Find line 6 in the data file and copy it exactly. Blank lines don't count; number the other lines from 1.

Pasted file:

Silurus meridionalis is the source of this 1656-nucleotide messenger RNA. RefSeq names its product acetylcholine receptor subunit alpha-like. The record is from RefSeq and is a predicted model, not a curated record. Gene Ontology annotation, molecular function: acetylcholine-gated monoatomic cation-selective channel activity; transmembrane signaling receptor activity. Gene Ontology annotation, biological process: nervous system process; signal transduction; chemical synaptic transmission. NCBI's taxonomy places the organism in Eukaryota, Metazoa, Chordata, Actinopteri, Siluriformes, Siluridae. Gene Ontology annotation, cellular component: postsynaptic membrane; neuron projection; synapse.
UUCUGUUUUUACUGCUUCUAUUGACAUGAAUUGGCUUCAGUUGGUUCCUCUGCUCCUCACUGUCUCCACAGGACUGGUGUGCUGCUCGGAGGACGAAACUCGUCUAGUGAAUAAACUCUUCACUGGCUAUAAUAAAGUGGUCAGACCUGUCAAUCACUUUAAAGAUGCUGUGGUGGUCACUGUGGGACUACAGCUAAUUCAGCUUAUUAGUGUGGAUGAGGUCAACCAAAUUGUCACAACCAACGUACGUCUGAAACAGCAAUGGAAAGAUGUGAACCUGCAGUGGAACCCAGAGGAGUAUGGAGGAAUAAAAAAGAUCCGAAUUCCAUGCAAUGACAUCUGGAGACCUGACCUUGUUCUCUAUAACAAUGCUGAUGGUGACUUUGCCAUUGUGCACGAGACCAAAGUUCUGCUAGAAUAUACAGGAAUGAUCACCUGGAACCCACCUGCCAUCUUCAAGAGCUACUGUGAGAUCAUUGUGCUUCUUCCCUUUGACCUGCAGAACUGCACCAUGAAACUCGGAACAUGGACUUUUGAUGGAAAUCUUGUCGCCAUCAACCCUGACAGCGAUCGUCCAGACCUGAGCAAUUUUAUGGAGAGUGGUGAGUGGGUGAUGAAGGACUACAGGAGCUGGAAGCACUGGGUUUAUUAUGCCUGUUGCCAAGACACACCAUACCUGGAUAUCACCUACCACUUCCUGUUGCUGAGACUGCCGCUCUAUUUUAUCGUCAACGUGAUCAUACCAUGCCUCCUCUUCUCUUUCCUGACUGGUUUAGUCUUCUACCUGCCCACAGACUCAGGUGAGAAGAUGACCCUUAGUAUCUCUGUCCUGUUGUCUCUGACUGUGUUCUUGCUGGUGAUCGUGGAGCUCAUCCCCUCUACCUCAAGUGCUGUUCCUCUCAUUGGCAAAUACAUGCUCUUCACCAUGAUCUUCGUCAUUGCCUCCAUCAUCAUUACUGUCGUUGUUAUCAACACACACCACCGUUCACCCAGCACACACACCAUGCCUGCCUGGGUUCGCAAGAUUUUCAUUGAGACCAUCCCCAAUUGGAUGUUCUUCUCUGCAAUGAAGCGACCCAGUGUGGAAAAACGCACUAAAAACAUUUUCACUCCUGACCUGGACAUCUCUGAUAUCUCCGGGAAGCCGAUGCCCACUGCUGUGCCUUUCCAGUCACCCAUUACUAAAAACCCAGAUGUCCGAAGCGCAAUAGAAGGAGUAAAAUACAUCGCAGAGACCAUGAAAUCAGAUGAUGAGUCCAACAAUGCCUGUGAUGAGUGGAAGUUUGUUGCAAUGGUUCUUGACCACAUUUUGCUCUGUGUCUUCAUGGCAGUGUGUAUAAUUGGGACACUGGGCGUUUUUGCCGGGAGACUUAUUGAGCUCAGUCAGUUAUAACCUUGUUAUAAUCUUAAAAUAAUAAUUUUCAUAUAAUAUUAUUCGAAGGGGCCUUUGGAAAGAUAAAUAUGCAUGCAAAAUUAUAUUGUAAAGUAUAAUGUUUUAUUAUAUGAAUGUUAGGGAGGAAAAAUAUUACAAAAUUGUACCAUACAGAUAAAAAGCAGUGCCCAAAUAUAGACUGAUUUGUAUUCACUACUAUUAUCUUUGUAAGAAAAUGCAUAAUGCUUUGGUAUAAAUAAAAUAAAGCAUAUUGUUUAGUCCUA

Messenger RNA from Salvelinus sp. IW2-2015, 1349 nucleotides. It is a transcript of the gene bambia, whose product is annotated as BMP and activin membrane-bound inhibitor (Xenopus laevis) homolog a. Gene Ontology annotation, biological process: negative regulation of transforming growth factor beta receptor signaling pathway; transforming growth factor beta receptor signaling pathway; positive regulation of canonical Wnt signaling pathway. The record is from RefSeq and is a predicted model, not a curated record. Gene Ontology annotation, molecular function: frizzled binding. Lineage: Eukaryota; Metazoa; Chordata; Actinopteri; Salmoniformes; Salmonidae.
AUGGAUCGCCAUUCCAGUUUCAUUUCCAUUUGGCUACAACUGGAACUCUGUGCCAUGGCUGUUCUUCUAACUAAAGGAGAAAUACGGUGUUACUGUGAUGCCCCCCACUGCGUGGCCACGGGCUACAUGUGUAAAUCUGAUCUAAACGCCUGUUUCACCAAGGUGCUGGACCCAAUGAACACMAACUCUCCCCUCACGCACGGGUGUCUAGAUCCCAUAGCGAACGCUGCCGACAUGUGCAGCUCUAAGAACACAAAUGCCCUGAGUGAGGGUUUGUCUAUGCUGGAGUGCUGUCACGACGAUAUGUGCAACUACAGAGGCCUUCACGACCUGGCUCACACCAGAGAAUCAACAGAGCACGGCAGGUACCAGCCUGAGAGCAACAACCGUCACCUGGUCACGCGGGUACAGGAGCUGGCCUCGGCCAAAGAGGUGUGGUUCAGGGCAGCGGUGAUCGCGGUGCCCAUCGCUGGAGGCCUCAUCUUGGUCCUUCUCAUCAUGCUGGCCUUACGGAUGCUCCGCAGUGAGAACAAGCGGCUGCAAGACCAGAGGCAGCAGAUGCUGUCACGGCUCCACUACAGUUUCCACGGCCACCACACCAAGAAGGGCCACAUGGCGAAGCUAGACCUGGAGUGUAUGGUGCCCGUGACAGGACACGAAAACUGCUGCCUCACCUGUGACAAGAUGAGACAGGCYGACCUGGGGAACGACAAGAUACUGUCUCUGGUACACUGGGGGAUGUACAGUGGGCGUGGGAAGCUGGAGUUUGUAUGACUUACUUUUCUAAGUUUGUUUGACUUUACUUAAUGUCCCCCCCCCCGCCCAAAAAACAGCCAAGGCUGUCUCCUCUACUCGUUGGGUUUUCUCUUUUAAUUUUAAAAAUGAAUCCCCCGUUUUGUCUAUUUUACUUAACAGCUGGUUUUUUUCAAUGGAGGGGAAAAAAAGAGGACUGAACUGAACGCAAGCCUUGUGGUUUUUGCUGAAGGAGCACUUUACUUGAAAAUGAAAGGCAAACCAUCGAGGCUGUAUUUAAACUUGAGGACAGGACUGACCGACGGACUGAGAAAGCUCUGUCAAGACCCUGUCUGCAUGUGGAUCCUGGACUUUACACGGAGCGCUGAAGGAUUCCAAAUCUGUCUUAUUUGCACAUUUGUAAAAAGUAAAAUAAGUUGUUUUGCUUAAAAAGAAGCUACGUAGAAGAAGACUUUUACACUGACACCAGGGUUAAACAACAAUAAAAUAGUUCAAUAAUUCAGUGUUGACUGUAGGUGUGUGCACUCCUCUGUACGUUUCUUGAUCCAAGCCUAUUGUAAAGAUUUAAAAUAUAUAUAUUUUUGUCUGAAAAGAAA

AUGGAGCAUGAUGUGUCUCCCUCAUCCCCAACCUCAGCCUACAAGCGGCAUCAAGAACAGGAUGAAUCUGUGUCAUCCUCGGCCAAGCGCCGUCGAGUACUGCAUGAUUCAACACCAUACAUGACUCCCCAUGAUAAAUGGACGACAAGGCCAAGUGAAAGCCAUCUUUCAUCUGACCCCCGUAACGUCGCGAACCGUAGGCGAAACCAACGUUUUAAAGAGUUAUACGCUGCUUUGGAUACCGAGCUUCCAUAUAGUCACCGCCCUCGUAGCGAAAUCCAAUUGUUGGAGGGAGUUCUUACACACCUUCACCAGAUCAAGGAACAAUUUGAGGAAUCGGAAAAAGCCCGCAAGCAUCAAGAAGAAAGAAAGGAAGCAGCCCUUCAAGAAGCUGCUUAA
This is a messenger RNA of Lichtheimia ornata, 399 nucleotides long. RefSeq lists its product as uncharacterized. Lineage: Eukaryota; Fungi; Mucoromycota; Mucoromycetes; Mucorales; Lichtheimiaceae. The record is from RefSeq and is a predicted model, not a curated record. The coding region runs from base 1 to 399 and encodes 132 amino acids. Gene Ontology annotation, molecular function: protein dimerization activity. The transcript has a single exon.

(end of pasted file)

This is a messenger RNA of Lichtheimia ornata, 399 nucleotides long. RefSeq lists its product as uncharacterized. Lineage: Eukaryota; Fungi; Mucoromycota; Mucoromycetes; Mucorales; Lichtheimiaceae. The record is from RefSeq and is a predicted model, not a curated record. The coding region runs from base 1 to 399 and encodes 132 amino acids. Gene Ontology annotation, molecular function: protein dimerization activity. The transcript has a single exon.